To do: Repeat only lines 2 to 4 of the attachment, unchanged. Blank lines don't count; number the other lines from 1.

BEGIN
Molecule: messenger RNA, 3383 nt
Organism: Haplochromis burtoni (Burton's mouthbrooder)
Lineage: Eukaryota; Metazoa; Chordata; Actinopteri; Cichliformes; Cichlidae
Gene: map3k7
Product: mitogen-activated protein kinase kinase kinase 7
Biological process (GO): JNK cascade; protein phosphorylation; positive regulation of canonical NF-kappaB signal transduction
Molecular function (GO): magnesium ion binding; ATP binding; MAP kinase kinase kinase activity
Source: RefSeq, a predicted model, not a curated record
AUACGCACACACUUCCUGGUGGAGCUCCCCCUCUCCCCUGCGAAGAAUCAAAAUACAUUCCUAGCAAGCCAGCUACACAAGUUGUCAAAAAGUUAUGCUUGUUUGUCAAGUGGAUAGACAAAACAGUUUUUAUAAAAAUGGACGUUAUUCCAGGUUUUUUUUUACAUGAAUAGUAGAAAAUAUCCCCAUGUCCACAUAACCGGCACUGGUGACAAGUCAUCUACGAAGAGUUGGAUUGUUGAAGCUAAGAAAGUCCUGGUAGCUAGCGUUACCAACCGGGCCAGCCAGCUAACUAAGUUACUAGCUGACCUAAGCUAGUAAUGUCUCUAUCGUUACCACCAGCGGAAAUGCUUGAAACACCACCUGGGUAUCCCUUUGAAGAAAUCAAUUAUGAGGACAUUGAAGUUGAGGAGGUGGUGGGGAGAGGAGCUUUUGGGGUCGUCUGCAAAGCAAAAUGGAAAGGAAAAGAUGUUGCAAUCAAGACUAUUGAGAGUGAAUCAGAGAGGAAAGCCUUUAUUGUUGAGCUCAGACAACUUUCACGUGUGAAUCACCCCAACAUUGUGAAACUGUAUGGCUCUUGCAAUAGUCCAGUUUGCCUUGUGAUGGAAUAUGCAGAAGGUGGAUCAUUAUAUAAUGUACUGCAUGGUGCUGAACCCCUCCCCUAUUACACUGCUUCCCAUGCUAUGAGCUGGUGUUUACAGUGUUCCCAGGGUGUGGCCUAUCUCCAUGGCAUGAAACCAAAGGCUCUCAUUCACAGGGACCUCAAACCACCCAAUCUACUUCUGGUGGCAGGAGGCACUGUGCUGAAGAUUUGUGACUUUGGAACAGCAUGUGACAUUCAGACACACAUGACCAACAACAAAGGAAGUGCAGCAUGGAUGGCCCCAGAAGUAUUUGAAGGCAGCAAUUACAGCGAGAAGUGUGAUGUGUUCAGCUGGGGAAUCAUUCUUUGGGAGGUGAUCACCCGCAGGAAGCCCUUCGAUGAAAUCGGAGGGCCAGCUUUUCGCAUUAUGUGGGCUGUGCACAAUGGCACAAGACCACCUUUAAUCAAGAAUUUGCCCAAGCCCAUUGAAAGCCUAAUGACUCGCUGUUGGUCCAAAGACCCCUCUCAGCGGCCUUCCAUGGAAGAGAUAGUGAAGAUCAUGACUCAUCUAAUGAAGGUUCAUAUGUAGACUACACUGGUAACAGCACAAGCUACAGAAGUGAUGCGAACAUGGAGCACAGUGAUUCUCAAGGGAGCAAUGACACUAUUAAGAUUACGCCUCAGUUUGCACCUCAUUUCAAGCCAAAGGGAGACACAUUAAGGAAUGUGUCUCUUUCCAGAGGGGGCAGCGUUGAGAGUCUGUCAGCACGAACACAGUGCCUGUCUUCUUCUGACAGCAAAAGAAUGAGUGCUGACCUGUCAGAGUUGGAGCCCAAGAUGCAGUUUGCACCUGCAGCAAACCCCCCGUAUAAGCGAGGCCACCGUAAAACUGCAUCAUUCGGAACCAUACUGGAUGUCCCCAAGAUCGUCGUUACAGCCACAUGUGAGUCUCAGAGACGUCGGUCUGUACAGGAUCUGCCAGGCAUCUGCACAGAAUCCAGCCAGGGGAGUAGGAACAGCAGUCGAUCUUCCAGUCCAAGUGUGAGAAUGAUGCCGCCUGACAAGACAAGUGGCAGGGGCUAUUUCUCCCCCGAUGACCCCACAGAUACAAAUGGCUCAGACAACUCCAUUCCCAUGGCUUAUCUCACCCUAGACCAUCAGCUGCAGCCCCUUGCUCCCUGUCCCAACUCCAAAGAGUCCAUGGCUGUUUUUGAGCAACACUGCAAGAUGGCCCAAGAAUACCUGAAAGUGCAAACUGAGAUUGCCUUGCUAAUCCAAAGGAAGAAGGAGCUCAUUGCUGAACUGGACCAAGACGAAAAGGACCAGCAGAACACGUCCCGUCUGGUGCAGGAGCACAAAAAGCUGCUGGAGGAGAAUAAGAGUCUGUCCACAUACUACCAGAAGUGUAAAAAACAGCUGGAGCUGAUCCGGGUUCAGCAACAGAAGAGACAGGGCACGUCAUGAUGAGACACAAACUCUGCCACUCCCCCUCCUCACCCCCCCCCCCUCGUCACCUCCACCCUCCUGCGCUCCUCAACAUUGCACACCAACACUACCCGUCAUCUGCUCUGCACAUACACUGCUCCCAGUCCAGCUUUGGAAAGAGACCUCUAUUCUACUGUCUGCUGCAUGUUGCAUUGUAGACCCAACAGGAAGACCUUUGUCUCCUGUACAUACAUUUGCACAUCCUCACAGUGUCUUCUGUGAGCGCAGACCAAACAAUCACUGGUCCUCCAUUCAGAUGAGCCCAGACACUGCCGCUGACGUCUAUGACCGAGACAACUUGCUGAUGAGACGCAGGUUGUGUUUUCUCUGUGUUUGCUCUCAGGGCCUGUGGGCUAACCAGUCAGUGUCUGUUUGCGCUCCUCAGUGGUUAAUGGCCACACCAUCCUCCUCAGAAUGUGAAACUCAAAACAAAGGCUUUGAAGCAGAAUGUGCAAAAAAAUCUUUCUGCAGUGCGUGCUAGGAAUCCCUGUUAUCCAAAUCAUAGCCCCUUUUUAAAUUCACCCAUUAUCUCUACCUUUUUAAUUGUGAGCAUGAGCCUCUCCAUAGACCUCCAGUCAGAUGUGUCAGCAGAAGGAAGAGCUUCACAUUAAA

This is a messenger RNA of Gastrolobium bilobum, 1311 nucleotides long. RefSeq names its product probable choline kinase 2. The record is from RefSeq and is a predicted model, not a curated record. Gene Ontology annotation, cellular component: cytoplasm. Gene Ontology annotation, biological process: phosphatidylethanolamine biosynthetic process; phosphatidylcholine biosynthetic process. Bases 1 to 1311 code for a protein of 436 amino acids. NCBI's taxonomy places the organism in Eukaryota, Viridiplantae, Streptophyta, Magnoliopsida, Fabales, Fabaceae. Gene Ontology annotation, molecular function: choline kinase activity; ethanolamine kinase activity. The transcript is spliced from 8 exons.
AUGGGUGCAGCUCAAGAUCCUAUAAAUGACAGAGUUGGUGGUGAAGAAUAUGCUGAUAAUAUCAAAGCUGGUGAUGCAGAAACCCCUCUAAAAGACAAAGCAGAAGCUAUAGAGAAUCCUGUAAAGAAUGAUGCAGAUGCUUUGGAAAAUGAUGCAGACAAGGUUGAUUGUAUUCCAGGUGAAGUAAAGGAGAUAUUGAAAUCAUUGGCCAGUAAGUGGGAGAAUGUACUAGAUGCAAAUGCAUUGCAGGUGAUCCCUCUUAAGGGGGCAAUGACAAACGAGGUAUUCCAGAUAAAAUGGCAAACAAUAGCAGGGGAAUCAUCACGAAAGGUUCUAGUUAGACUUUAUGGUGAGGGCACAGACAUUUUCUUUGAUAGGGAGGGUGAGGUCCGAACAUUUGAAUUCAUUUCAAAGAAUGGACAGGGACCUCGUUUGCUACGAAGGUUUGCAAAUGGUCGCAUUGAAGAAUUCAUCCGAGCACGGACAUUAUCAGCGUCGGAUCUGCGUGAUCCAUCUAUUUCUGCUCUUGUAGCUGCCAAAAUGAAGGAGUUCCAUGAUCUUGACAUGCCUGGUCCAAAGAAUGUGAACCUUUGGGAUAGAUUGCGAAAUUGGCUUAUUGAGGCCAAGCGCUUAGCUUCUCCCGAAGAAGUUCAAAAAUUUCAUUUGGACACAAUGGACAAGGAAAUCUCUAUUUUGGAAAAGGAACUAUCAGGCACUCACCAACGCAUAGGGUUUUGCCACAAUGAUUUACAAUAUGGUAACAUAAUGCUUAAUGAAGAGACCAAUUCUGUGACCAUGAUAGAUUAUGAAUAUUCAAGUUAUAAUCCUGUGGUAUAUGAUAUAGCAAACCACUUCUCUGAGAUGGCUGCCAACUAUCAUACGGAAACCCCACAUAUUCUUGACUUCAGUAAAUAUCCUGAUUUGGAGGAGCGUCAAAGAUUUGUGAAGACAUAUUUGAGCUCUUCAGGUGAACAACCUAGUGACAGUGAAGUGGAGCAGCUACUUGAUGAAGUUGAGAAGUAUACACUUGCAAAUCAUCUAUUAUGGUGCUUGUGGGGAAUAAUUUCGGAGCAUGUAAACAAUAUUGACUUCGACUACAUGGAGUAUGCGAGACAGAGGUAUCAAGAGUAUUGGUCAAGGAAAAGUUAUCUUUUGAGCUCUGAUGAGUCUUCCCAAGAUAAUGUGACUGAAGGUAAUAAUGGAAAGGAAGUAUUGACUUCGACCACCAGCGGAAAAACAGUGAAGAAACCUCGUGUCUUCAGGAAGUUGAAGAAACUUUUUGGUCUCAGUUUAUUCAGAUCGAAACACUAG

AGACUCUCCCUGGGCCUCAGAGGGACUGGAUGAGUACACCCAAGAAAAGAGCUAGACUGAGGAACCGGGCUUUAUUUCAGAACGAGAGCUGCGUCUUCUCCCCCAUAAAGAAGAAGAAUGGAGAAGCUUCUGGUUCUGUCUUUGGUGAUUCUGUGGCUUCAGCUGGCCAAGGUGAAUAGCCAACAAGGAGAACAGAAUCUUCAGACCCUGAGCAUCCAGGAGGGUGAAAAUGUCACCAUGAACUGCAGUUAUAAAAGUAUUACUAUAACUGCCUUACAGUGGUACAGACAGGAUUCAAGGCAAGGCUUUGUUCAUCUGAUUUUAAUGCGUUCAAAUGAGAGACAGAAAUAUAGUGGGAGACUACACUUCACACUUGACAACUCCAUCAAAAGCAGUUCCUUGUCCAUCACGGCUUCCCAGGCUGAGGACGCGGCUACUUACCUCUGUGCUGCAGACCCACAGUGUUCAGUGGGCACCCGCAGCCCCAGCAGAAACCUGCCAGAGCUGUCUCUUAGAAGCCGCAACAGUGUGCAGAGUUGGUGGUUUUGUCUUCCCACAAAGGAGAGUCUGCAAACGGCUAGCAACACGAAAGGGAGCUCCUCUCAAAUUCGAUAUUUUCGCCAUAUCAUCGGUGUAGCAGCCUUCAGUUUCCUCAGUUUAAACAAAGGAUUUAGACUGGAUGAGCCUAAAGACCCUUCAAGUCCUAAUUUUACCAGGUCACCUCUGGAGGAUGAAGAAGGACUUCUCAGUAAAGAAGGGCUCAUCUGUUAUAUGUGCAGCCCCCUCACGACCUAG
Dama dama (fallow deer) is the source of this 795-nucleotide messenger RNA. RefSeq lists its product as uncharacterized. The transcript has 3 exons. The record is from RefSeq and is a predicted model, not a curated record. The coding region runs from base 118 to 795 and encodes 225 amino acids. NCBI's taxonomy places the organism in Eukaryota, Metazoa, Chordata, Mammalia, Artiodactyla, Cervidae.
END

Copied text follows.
Organism: Haplochromis burtoni (Burton's mouthbrooder)
Lineage: Eukaryota; Metazoa; Chordata; Actinopteri; Cichliformes; Cichlidae
Gene: map3k7